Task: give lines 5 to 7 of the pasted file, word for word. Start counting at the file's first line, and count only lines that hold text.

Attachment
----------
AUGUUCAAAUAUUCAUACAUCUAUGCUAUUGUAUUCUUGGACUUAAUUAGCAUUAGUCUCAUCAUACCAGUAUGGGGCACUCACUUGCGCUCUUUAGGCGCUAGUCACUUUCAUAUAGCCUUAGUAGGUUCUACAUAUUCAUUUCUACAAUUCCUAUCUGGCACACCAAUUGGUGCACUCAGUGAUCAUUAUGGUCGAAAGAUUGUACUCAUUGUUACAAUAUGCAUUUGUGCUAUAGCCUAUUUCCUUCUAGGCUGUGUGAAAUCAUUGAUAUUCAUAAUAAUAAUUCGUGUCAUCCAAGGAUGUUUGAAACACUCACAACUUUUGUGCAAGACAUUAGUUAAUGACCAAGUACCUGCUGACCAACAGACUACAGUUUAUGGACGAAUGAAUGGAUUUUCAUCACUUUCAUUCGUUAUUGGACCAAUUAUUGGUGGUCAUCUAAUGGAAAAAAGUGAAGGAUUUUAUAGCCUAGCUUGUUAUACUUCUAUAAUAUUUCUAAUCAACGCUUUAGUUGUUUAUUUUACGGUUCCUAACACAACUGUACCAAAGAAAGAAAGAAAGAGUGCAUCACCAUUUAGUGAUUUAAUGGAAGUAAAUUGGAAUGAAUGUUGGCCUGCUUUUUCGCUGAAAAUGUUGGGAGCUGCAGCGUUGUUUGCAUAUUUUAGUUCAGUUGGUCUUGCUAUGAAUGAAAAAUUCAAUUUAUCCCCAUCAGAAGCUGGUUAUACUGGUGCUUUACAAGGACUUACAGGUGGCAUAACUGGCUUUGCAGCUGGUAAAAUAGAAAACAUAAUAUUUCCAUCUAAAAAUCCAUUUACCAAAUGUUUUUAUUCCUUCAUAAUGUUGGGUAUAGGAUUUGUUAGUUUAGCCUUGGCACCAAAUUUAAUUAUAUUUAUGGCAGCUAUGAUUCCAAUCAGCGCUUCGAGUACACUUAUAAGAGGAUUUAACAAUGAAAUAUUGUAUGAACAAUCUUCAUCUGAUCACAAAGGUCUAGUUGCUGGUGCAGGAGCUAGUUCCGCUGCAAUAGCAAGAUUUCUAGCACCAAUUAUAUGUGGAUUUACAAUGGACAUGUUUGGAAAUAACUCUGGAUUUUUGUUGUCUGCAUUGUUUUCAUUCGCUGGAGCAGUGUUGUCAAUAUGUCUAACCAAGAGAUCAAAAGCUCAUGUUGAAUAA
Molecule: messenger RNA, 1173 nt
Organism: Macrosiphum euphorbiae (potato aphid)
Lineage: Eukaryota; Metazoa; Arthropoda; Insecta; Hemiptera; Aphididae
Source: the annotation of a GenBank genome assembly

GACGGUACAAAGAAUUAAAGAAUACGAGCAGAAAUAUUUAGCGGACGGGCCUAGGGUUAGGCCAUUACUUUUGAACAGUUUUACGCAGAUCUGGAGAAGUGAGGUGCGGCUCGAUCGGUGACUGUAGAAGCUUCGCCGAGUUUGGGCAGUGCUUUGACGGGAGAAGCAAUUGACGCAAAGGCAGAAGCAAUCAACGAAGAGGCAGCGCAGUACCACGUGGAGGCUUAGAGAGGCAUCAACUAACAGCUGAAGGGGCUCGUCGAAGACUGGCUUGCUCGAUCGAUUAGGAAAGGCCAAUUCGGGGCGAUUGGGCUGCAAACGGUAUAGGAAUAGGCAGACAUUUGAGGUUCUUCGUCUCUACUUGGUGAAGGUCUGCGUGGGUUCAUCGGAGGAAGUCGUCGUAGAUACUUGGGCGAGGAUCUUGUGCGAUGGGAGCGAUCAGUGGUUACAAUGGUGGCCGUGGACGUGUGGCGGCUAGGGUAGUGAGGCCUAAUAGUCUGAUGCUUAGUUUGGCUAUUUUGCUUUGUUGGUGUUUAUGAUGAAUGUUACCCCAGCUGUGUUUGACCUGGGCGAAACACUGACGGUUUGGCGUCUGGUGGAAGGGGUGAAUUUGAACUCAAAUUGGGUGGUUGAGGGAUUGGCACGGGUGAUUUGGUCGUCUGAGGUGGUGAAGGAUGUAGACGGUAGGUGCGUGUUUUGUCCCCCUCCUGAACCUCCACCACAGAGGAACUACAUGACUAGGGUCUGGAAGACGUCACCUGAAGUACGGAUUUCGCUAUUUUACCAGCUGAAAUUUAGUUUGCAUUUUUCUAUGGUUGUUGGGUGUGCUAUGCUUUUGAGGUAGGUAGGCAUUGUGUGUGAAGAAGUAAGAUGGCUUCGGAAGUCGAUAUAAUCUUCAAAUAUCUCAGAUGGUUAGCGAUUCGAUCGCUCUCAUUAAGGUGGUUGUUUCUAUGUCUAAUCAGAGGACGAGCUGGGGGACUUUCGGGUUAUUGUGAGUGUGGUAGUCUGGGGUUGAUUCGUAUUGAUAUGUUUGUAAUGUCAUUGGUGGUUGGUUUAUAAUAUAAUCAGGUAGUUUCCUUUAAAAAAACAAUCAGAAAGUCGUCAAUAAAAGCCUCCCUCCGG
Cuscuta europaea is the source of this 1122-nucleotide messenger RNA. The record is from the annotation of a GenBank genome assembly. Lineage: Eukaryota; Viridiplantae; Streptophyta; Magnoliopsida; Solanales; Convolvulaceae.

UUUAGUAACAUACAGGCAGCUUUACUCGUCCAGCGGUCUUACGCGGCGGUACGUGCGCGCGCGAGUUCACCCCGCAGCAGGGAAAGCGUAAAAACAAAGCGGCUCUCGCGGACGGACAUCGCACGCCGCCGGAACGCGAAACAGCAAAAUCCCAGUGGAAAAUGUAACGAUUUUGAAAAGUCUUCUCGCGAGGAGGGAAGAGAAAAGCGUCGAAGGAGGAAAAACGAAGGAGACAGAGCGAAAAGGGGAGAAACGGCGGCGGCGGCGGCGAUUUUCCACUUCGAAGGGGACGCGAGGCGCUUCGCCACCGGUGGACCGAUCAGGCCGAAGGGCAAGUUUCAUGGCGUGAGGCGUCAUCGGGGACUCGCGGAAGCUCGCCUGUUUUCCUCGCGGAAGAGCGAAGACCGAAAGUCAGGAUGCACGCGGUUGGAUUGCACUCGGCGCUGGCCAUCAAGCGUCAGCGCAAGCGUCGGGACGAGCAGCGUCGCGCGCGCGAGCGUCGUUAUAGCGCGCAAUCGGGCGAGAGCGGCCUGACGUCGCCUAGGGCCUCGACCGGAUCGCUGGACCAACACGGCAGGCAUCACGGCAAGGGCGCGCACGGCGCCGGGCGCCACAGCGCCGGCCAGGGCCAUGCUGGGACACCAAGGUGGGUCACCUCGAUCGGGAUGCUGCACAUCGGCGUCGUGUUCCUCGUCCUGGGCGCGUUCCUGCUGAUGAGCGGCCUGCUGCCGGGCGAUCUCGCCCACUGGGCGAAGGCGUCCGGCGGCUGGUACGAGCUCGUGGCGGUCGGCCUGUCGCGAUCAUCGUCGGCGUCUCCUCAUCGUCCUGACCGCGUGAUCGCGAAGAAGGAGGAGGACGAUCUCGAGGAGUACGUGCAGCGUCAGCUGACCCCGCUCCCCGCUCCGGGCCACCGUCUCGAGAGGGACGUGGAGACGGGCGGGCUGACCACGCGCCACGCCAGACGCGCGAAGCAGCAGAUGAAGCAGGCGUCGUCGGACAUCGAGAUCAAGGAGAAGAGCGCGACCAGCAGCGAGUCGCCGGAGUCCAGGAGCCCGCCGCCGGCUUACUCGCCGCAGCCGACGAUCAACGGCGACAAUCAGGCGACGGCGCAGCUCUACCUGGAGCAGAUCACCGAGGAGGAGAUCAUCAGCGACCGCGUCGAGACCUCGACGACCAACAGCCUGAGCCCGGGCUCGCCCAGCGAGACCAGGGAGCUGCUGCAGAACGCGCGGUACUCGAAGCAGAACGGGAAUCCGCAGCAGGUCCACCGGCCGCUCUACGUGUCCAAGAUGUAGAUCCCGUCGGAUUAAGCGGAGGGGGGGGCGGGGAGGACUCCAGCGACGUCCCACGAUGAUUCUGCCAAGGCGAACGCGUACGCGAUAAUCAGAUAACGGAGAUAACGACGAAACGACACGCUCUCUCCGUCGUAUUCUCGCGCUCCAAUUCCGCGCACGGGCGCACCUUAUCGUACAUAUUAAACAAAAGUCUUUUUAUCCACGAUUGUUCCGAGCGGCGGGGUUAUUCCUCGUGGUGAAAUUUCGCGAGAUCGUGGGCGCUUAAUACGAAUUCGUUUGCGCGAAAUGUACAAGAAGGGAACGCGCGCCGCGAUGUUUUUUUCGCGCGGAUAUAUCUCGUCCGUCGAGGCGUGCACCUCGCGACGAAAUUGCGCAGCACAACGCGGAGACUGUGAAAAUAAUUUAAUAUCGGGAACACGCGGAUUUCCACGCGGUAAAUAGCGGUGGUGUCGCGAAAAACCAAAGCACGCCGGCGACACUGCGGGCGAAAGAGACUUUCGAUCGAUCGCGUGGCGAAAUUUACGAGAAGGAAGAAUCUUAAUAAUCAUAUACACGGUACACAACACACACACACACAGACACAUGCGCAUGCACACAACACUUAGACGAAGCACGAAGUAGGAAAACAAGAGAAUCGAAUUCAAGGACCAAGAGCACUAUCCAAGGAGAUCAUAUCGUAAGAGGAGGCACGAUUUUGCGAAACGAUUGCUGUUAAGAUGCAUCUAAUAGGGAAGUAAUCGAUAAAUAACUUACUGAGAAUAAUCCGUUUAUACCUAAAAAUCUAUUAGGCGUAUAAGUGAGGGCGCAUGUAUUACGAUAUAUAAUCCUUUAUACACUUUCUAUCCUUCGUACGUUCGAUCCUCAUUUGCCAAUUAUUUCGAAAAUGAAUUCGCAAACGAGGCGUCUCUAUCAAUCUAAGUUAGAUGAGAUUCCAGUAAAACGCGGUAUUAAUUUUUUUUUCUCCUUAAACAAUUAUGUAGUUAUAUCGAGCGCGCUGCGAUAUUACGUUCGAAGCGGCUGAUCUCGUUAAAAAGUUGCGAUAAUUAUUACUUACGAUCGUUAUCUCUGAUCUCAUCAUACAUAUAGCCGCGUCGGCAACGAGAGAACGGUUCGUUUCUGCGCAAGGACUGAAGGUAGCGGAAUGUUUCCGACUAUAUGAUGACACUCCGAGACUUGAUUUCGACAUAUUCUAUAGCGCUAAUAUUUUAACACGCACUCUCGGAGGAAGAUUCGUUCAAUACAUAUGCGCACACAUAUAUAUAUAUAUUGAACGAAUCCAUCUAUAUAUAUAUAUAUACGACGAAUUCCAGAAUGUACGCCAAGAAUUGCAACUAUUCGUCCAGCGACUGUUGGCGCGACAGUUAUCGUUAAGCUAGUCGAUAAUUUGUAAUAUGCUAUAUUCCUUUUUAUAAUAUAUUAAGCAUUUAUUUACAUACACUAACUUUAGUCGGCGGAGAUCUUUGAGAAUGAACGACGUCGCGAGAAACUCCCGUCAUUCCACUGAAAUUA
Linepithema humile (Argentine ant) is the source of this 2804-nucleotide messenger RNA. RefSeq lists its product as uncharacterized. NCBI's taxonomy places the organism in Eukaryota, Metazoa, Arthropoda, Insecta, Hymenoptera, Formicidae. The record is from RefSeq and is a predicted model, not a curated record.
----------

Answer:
Source: the annotation of a GenBank genome assembly

GACGGUACAAAGAAUUAAAGAAUACGAGCAGAAAUAUUUAGCGGACGGGCCUAGGGUUAGGCCAUUACUUUUGAACAGUUUUACGCAGAUCUGGAGAAGUGAGGUGCGGCUCGAUCGGUGACUGUAGAAGCUUCGCCGAGUUUGGGCAGUGCUUUGACGGGAGAAGCAAUUGACGCAAAGGCAGAAGCAAUCAACGAAGAGGCAGCGCAGUACCACGUGGAGGCUUAGAGAGGCAUCAACUAACAGCUGAAGGGGCUCGUCGAAGACUGGCUUGCUCGAUCGAUUAGGAAAGGCCAAUUCGGGGCGAUUGGGCUGCAAACGGUAUAGGAAUAGGCAGACAUUUGAGGUUCUUCGUCUCUACUUGGUGAAGGUCUGCGUGGGUUCAUCGGAGGAAGUCGUCGUAGAUACUUGGGCGAGGAUCUUGUGCGAUGGGAGCGAUCAGUGGUUACAAUGGUGGCCGUGGACGUGUGGCGGCUAGGGUAGUGAGGCCUAAUAGUCUGAUGCUUAGUUUGGCUAUUUUGCUUUGUUGGUGUUUAUGAUGAAUGUUACCCCAGCUGUGUUUGACCUGGGCGAAACACUGACGGUUUGGCGUCUGGUGGAAGGGGUGAAUUUGAACUCAAAUUGGGUGGUUGAGGGAUUGGCACGGGUGAUUUGGUCGUCUGAGGUGGUGAAGGAUGUAGACGGUAGGUGCGUGUUUUGUCCCCCUCCUGAACCUCCACCACAGAGGAACUACAUGACUAGGGUCUGGAAGACGUCACCUGAAGUACGGAUUUCGCUAUUUUACCAGCUGAAAUUUAGUUUGCAUUUUUCUAUGGUUGUUGGGUGUGCUAUGCUUUUGAGGUAGGUAGGCAUUGUGUGUGAAGAAGUAAGAUGGCUUCGGAAGUCGAUAUAAUCUUCAAAUAUCUCAGAUGGUUAGCGAUUCGAUCGCUCUCAUUAAGGUGGUUGUUUCUAUGUCUAAUCAGAGGACGAGCUGGGGGACUUUCGGGUUAUUGUGAGUGUGGUAGUCUGGGGUUGAUUCGUAUUGAUAUGUUUGUAAUGUCAUUGGUGGUUGGUUUAUAAUAUAAUCAGGUAGUUUCCUUUAAAAAAACAAUCAGAAAGUCGUCAAUAAAAGCCUCCCUCCGG
Cuscuta europaea is the source of this 1122-nucleotide messenger RNA. The record is from the annotation of a GenBank genome assembly. Lineage: Eukaryota; Viridiplantae; Streptophyta; Magnoliopsida; Solanales; Convolvulaceae.